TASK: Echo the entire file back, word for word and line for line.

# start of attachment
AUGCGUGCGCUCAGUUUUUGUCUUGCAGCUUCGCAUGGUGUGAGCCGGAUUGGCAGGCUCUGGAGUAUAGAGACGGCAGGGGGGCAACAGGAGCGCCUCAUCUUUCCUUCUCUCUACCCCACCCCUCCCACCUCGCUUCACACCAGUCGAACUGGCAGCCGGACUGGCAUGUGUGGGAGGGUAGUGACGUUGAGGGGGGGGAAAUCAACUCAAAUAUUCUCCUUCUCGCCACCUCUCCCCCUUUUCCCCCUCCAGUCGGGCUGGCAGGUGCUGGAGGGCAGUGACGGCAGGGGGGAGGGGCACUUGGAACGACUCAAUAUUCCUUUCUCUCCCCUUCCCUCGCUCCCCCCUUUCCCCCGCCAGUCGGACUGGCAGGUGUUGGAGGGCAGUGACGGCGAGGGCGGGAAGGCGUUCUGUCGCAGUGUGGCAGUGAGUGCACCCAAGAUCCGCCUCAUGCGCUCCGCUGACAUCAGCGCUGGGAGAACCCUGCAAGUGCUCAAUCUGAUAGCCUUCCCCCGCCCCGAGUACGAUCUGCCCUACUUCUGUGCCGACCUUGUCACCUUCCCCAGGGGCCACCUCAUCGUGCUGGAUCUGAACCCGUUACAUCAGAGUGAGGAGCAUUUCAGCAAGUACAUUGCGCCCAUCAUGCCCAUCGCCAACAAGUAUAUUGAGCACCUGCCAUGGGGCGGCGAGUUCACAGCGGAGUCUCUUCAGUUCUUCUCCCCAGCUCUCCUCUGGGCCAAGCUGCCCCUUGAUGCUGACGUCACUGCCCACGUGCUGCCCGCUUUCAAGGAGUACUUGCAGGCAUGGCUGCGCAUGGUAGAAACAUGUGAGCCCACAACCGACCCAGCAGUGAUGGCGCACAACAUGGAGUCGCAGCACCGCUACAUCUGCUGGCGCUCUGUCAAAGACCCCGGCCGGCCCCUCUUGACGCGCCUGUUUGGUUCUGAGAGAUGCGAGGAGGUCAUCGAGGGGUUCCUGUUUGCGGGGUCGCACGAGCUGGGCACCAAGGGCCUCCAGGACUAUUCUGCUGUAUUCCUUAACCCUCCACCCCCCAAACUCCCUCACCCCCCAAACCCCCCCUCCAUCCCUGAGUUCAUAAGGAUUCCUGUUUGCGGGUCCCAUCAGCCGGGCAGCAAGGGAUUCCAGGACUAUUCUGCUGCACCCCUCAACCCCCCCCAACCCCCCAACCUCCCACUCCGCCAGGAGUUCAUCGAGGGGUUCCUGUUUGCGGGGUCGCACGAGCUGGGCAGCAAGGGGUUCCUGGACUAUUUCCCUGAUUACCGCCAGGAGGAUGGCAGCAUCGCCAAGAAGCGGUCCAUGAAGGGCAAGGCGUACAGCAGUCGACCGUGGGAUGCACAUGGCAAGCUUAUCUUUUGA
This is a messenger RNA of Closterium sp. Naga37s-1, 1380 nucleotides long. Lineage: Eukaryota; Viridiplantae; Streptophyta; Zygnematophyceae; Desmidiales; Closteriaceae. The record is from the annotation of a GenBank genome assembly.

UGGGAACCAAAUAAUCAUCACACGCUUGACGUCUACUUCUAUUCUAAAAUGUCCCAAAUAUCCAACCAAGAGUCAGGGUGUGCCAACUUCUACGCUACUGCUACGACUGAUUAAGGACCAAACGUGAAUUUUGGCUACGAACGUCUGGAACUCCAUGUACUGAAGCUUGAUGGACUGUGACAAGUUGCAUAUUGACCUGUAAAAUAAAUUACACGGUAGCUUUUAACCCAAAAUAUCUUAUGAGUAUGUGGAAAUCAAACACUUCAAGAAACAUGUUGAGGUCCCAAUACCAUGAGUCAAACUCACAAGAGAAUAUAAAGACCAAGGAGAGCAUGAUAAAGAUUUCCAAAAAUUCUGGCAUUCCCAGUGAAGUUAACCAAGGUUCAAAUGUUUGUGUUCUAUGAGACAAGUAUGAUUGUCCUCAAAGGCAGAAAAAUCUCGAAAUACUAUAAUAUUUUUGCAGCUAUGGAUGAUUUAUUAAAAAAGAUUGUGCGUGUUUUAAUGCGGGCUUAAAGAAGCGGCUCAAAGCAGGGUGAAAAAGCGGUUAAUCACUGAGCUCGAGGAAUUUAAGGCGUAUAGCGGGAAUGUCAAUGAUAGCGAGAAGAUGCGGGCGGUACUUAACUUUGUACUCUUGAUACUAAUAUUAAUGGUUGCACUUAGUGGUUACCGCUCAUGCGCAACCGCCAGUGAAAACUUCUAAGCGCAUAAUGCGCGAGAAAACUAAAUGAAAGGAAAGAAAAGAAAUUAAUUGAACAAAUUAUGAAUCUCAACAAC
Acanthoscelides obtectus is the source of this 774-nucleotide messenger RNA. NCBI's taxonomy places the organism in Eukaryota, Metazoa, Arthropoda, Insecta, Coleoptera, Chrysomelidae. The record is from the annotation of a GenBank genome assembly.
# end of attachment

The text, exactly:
AUGCGUGCGCUCAGUUUUUGUCUUGCAGCUUCGCAUGGUGUGAGCCGGAUUGGCAGGCUCUGGAGUAUAGAGACGGCAGGGGGGCAACAGGAGCGCCUCAUCUUUCCUUCUCUCUACCCCACCCCUCCCACCUCGCUUCACACCAGUCGAACUGGCAGCCGGACUGGCAUGUGUGGGAGGGUAGUGACGUUGAGGGGGGGGAAAUCAACUCAAAUAUUCUCCUUCUCGCCACCUCUCCCCCUUUUCCCCCUCCAGUCGGGCUGGCAGGUGCUGGAGGGCAGUGACGGCAGGGGGGAGGGGCACUUGGAACGACUCAAUAUUCCUUUCUCUCCCCUUCCCUCGCUCCCCCCUUUCCCCCGCCAGUCGGACUGGCAGGUGUUGGAGGGCAGUGACGGCGAGGGCGGGAAGGCGUUCUGUCGCAGUGUGGCAGUGAGUGCACCCAAGAUCCGCCUCAUGCGCUCCGCUGACAUCAGCGCUGGGAGAACCCUGCAAGUGCUCAAUCUGAUAGCCUUCCCCCGCCCCGAGUACGAUCUGCCCUACUUCUGUGCCGACCUUGUCACCUUCCCCAGGGGCCACCUCAUCGUGCUGGAUCUGAACCCGUUACAUCAGAGUGAGGAGCAUUUCAGCAAGUACAUUGCGCCCAUCAUGCCCAUCGCCAACAAGUAUAUUGAGCACCUGCCAUGGGGCGGCGAGUUCACAGCGGAGUCUCUUCAGUUCUUCUCCCCAGCUCUCCUCUGGGCCAAGCUGCCCCUUGAUGCUGACGUCACUGCCCACGUGCUGCCCGCUUUCAAGGAGUACUUGCAGGCAUGGCUGCGCAUGGUAGAAACAUGUGAGCCCACAACCGACCCAGCAGUGAUGGCGCACAACAUGGAGUCGCAGCACCGCUACAUCUGCUGGCGCUCUGUCAAAGACCCCGGCCGGCCCCUCUUGACGCGCCUGUUUGGUUCUGAGAGAUGCGAGGAGGUCAUCGAGGGGUUCCUGUUUGCGGGGUCGCACGAGCUGGGCACCAAGGGCCUCCAGGACUAUUCUGCUGUAUUCCUUAACCCUCCACCCCCCAAACUCCCUCACCCCCCAAACCCCCCCUCCAUCCCUGAGUUCAUAAGGAUUCCUGUUUGCGGGUCCCAUCAGCCGGGCAGCAAGGGAUUCCAGGACUAUUCUGCUGCACCCCUCAACCCCCCCCAACCCCCCAACCUCCCACUCCGCCAGGAGUUCAUCGAGGGGUUCCUGUUUGCGGGGUCGCACGAGCUGGGCAGCAAGGGGUUCCUGGACUAUUUCCCUGAUUACCGCCAGGAGGAUGGCAGCAUCGCCAAGAAGCGGUCCAUGAAGGGCAAGGCGUACAGCAGUCGACCGUGGGAUGCACAUGGCAAGCUUAUCUUUUGA
This is a messenger RNA of Closterium sp. Naga37s-1, 1380 nucleotides long. Lineage: Eukaryota; Viridiplantae; Streptophyta; Zygnematophyceae; Desmidiales; Closteriaceae. The record is from the annotation of a GenBank genome assembly.

UGGGAACCAAAUAAUCAUCACACGCUUGACGUCUACUUCUAUUCUAAAAUGUCCCAAAUAUCCAACCAAGAGUCAGGGUGUGCCAACUUCUACGCUACUGCUACGACUGAUUAAGGACCAAACGUGAAUUUUGGCUACGAACGUCUGGAACUCCAUGUACUGAAGCUUGAUGGACUGUGACAAGUUGCAUAUUGACCUGUAAAAUAAAUUACACGGUAGCUUUUAACCCAAAAUAUCUUAUGAGUAUGUGGAAAUCAAACACUUCAAGAAACAUGUUGAGGUCCCAAUACCAUGAGUCAAACUCACAAGAGAAUAUAAAGACCAAGGAGAGCAUGAUAAAGAUUUCCAAAAAUUCUGGCAUUCCCAGUGAAGUUAACCAAGGUUCAAAUGUUUGUGUUCUAUGAGACAAGUAUGAUUGUCCUCAAAGGCAGAAAAAUCUCGAAAUACUAUAAUAUUUUUGCAGCUAUGGAUGAUUUAUUAAAAAAGAUUGUGCGUGUUUUAAUGCGGGCUUAAAGAAGCGGCUCAAAGCAGGGUGAAAAAGCGGUUAAUCACUGAGCUCGAGGAAUUUAAGGCGUAUAGCGGGAAUGUCAAUGAUAGCGAGAAGAUGCGGGCGGUACUUAACUUUGUACUCUUGAUACUAAUAUUAAUGGUUGCACUUAGUGGUUACCGCUCAUGCGCAACCGCCAGUGAAAACUUCUAAGCGCAUAAUGCGCGAGAAAACUAAAUGAAAGGAAAGAAAAGAAAUUAAUUGAACAAAUUAUGAAUCUCAACAAC
Acanthoscelides obtectus is the source of this 774-nucleotide messenger RNA. NCBI's taxonomy places the organism in Eukaryota, Metazoa, Arthropoda, Insecta, Coleoptera, Chrysomelidae. The record is from the annotation of a GenBank genome assembly.